Federal judge scolds GM lawyers in lawsuit

March 04, 1994|By New York Times News Service

A federal judge in South Carolina said in an order that he believed lawyers for General Motors Corp. may have destroyed, or been aware of the destruction, of documents related to a fire-prone pickup truck made by the company that has been the subject of lawsuits.

In an order issued Monday, U.S. District Judge Ross Anderson Jr. said that he believed that there had been a "systematic destruction" of documents concerning Chevrolet and GM pickups made from 1973 to 1987 with dual, side-mounted gas tanks.

Judge Anderson also said that he believed GM lawyers had lied about the matter.

In a statement issued yesterday, GM said that it "strongly disagreed" with the judge's order. The company has previously denied suggestions that it altered or destroyed safety documents.

It is not clear what impact, if any, the judge's statements will have. He made them after reviewing hundreds of GM documents, but did so while withdrawing from a lawsuit by two brothers who were burned in the 1990 crash of a GM pickup truck.

Judge Anderson said that he was withdrawing to avoid any appearance of bias.

Should a new judge agree with Judge Anderson's order, he could order GM to show hundreds of documents that the company has asserted are confidential.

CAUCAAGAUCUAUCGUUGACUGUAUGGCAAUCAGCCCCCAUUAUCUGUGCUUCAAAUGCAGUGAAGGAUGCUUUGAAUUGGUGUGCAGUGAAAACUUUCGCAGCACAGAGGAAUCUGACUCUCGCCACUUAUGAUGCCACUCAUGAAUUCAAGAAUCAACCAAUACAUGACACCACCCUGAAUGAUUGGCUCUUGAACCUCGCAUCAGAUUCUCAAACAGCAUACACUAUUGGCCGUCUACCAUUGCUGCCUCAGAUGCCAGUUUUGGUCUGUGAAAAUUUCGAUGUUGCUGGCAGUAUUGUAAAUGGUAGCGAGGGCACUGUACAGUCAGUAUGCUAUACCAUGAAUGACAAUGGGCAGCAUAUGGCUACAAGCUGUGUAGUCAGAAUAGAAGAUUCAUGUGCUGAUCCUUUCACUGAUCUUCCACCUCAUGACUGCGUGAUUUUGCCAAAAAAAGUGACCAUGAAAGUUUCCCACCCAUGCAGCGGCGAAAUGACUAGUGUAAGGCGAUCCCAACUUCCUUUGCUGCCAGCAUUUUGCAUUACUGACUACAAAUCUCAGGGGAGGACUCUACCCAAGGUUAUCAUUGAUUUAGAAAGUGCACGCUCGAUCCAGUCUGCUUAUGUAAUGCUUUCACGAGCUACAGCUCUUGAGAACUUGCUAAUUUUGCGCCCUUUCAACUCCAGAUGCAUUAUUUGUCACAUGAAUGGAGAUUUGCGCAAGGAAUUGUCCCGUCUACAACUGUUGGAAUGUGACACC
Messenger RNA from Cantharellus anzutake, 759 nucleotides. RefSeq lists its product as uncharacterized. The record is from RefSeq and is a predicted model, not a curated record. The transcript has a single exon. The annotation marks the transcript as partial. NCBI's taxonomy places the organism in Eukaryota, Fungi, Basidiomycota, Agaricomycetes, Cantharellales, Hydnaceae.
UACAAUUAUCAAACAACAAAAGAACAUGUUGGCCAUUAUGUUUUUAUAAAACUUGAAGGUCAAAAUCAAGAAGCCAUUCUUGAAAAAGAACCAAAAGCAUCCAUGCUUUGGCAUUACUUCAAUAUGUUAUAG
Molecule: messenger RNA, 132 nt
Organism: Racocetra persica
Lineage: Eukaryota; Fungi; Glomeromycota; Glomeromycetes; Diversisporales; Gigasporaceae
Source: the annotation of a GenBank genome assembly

In December, Judge Anderson ruled that GM had to turn over documents to the brothers' lawyers that the automaker asserts are confidential. The 4th U.S. Circuit Court of Appeals in Richmond, Va., has stayed that order and is reviewing the matter.

GM lawyers had sought Judge Anderson's removal from the case, asserting that he is biased. As evidence, they cited comments that he made during a recent meeting of South Carolina plaintiffs' lawyers in which he suggested that some defense lawyers limited their exercise to "stretching the truth."

In his order on Monday, Judge Anderson rejected GM's arguments that he is biased but said that he would voluntarily withdraw from the case to avoid any appearance that his attendance at the South Carolina meeting might compromise his impartiality. Judge Anderson also said that his comments at the plaintiffs' meeting had been made in jest.

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